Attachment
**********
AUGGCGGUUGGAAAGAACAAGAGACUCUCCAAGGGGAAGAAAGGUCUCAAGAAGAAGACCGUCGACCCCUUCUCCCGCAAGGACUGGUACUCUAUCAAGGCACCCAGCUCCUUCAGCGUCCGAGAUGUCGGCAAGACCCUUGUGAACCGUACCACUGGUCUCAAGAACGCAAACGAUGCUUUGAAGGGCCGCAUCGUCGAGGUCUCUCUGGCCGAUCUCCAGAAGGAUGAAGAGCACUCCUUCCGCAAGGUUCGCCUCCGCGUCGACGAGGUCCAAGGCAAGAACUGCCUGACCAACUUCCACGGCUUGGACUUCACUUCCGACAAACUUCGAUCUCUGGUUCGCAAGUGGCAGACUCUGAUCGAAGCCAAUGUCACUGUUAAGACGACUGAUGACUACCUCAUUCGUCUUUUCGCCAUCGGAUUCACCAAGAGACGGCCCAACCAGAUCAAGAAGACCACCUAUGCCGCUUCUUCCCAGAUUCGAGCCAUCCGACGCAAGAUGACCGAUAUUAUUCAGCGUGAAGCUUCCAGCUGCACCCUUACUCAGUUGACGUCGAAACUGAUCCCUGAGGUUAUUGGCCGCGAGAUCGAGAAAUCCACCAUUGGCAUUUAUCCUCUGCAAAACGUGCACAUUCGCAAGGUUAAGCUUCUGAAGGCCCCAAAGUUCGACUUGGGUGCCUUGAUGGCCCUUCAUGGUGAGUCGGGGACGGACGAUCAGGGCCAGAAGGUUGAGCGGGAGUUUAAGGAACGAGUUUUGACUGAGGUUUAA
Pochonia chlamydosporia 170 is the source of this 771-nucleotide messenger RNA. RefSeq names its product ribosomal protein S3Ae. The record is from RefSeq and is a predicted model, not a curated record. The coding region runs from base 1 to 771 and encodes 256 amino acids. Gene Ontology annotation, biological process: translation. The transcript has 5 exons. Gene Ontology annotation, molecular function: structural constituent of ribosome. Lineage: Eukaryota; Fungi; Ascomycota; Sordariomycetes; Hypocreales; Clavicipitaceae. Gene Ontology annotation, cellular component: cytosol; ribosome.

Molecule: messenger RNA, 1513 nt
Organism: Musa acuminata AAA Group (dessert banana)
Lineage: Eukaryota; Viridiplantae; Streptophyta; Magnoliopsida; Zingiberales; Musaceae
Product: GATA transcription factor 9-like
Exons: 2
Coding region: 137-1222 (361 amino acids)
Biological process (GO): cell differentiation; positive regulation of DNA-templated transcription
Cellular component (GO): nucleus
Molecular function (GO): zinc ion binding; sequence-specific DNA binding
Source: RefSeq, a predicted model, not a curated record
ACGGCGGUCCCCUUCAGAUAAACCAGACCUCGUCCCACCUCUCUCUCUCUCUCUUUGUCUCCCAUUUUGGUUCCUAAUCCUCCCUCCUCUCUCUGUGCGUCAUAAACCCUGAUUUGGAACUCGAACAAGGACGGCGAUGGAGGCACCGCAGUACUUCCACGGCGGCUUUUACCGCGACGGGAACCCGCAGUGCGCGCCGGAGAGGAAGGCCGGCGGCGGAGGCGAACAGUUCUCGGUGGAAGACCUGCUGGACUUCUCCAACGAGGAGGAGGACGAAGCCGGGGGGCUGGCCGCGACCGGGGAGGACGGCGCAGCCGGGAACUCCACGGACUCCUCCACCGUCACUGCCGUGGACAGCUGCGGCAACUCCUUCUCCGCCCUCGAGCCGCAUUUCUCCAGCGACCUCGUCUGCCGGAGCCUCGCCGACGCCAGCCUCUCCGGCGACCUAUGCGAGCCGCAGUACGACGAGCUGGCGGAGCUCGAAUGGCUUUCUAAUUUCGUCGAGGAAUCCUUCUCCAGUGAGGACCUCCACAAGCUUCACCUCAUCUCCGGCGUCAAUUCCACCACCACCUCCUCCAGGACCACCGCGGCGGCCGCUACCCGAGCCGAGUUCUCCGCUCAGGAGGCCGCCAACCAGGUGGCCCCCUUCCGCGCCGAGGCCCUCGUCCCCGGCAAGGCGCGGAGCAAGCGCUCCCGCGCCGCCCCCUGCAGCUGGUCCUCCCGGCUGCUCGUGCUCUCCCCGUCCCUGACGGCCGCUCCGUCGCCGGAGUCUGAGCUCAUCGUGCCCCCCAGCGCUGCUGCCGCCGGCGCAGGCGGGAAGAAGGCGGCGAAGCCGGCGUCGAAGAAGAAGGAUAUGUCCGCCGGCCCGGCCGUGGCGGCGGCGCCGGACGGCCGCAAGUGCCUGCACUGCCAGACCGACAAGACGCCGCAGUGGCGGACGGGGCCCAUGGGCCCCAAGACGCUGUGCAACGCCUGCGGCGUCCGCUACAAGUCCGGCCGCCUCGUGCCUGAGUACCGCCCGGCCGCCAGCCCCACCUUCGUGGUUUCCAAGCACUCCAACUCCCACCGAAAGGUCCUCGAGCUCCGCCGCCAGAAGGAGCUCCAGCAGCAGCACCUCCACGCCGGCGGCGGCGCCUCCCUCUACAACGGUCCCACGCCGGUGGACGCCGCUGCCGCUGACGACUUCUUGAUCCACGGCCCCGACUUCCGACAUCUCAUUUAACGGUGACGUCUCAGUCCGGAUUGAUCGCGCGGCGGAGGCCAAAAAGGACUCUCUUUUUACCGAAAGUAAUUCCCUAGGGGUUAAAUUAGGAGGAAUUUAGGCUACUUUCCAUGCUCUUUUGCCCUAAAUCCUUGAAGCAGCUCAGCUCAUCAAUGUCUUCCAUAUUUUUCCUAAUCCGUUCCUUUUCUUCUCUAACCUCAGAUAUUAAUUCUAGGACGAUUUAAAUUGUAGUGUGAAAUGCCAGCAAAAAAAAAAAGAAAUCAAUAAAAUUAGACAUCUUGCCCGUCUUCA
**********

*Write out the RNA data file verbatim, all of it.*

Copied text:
AUGGCGGUUGGAAAGAACAAGAGACUCUCCAAGGGGAAGAAAGGUCUCAAGAAGAAGACCGUCGACCCCUUCUCCCGCAAGGACUGGUACUCUAUCAAGGCACCCAGCUCCUUCAGCGUCCGAGAUGUCGGCAAGACCCUUGUGAACCGUACCACUGGUCUCAAGAACGCAAACGAUGCUUUGAAGGGCCGCAUCGUCGAGGUCUCUCUGGCCGAUCUCCAGAAGGAUGAAGAGCACUCCUUCCGCAAGGUUCGCCUCCGCGUCGACGAGGUCCAAGGCAAGAACUGCCUGACCAACUUCCACGGCUUGGACUUCACUUCCGACAAACUUCGAUCUCUGGUUCGCAAGUGGCAGACUCUGAUCGAAGCCAAUGUCACUGUUAAGACGACUGAUGACUACCUCAUUCGUCUUUUCGCCAUCGGAUUCACCAAGAGACGGCCCAACCAGAUCAAGAAGACCACCUAUGCCGCUUCUUCCCAGAUUCGAGCCAUCCGACGCAAGAUGACCGAUAUUAUUCAGCGUGAAGCUUCCAGCUGCACCCUUACUCAGUUGACGUCGAAACUGAUCCCUGAGGUUAUUGGCCGCGAGAUCGAGAAAUCCACCAUUGGCAUUUAUCCUCUGCAAAACGUGCACAUUCGCAAGGUUAAGCUUCUGAAGGCCCCAAAGUUCGACUUGGGUGCCUUGAUGGCCCUUCAUGGUGAGUCGGGGACGGACGAUCAGGGCCAGAAGGUUGAGCGGGAGUUUAAGGAACGAGUUUUGACUGAGGUUUAA
Pochonia chlamydosporia 170 is the source of this 771-nucleotide messenger RNA. RefSeq names its product ribosomal protein S3Ae. The record is from RefSeq and is a predicted model, not a curated record. The coding region runs from base 1 to 771 and encodes 256 amino acids. Gene Ontology annotation, biological process: translation. The transcript has 5 exons. Gene Ontology annotation, molecular function: structural constituent of ribosome. Lineage: Eukaryota; Fungi; Ascomycota; Sordariomycetes; Hypocreales; Clavicipitaceae. Gene Ontology annotation, cellular component: cytosol; ribosome.

Molecule: messenger RNA, 1513 nt
Organism: Musa acuminata AAA Group (dessert banana)
Lineage: Eukaryota; Viridiplantae; Streptophyta; Magnoliopsida; Zingiberales; Musaceae
Product: GATA transcription factor 9-like
Exons: 2
Coding region: 137-1222 (361 amino acids)
Biological process (GO): cell differentiation; positive regulation of DNA-templated transcription
Cellular component (GO): nucleus
Molecular function (GO): zinc ion binding; sequence-specific DNA binding
Source: RefSeq, a predicted model, not a curated record
ACGGCGGUCCCCUUCAGAUAAACCAGACCUCGUCCCACCUCUCUCUCUCUCUCUUUGUCUCCCAUUUUGGUUCCUAAUCCUCCCUCCUCUCUCUGUGCGUCAUAAACCCUGAUUUGGAACUCGAACAAGGACGGCGAUGGAGGCACCGCAGUACUUCCACGGCGGCUUUUACCGCGACGGGAACCCGCAGUGCGCGCCGGAGAGGAAGGCCGGCGGCGGAGGCGAACAGUUCUCGGUGGAAGACCUGCUGGACUUCUCCAACGAGGAGGAGGACGAAGCCGGGGGGCUGGCCGCGACCGGGGAGGACGGCGCAGCCGGGAACUCCACGGACUCCUCCACCGUCACUGCCGUGGACAGCUGCGGCAACUCCUUCUCCGCCCUCGAGCCGCAUUUCUCCAGCGACCUCGUCUGCCGGAGCCUCGCCGACGCCAGCCUCUCCGGCGACCUAUGCGAGCCGCAGUACGACGAGCUGGCGGAGCUCGAAUGGCUUUCUAAUUUCGUCGAGGAAUCCUUCUCCAGUGAGGACCUCCACAAGCUUCACCUCAUCUCCGGCGUCAAUUCCACCACCACCUCCUCCAGGACCACCGCGGCGGCCGCUACCCGAGCCGAGUUCUCCGCUCAGGAGGCCGCCAACCAGGUGGCCCCCUUCCGCGCCGAGGCCCUCGUCCCCGGCAAGGCGCGGAGCAAGCGCUCCCGCGCCGCCCCCUGCAGCUGGUCCUCCCGGCUGCUCGUGCUCUCCCCGUCCCUGACGGCCGCUCCGUCGCCGGAGUCUGAGCUCAUCGUGCCCCCCAGCGCUGCUGCCGCCGGCGCAGGCGGGAAGAAGGCGGCGAAGCCGGCGUCGAAGAAGAAGGAUAUGUCCGCCGGCCCGGCCGUGGCGGCGGCGCCGGACGGCCGCAAGUGCCUGCACUGCCAGACCGACAAGACGCCGCAGUGGCGGACGGGGCCCAUGGGCCCCAAGACGCUGUGCAACGCCUGCGGCGUCCGCUACAAGUCCGGCCGCCUCGUGCCUGAGUACCGCCCGGCCGCCAGCCCCACCUUCGUGGUUUCCAAGCACUCCAACUCCCACCGAAAGGUCCUCGAGCUCCGCCGCCAGAAGGAGCUCCAGCAGCAGCACCUCCACGCCGGCGGCGGCGCCUCCCUCUACAACGGUCCCACGCCGGUGGACGCCGCUGCCGCUGACGACUUCUUGAUCCACGGCCCCGACUUCCGACAUCUCAUUUAACGGUGACGUCUCAGUCCGGAUUGAUCGCGCGGCGGAGGCCAAAAAGGACUCUCUUUUUACCGAAAGUAAUUCCCUAGGGGUUAAAUUAGGAGGAAUUUAGGCUACUUUCCAUGCUCUUUUGCCCUAAAUCCUUGAAGCAGCUCAGCUCAUCAAUGUCUUCCAUAUUUUUCCUAAUCCGUUCCUUUUCUUCUCUAACCUCAGAUAUUAAUUCUAGGACGAUUUAAAUUGUAGUGUGAAAUGCCAGCAAAAAAAAAAAGAAAUCAAUAAAAUUAGACAUCUUGCCCGUCUUCA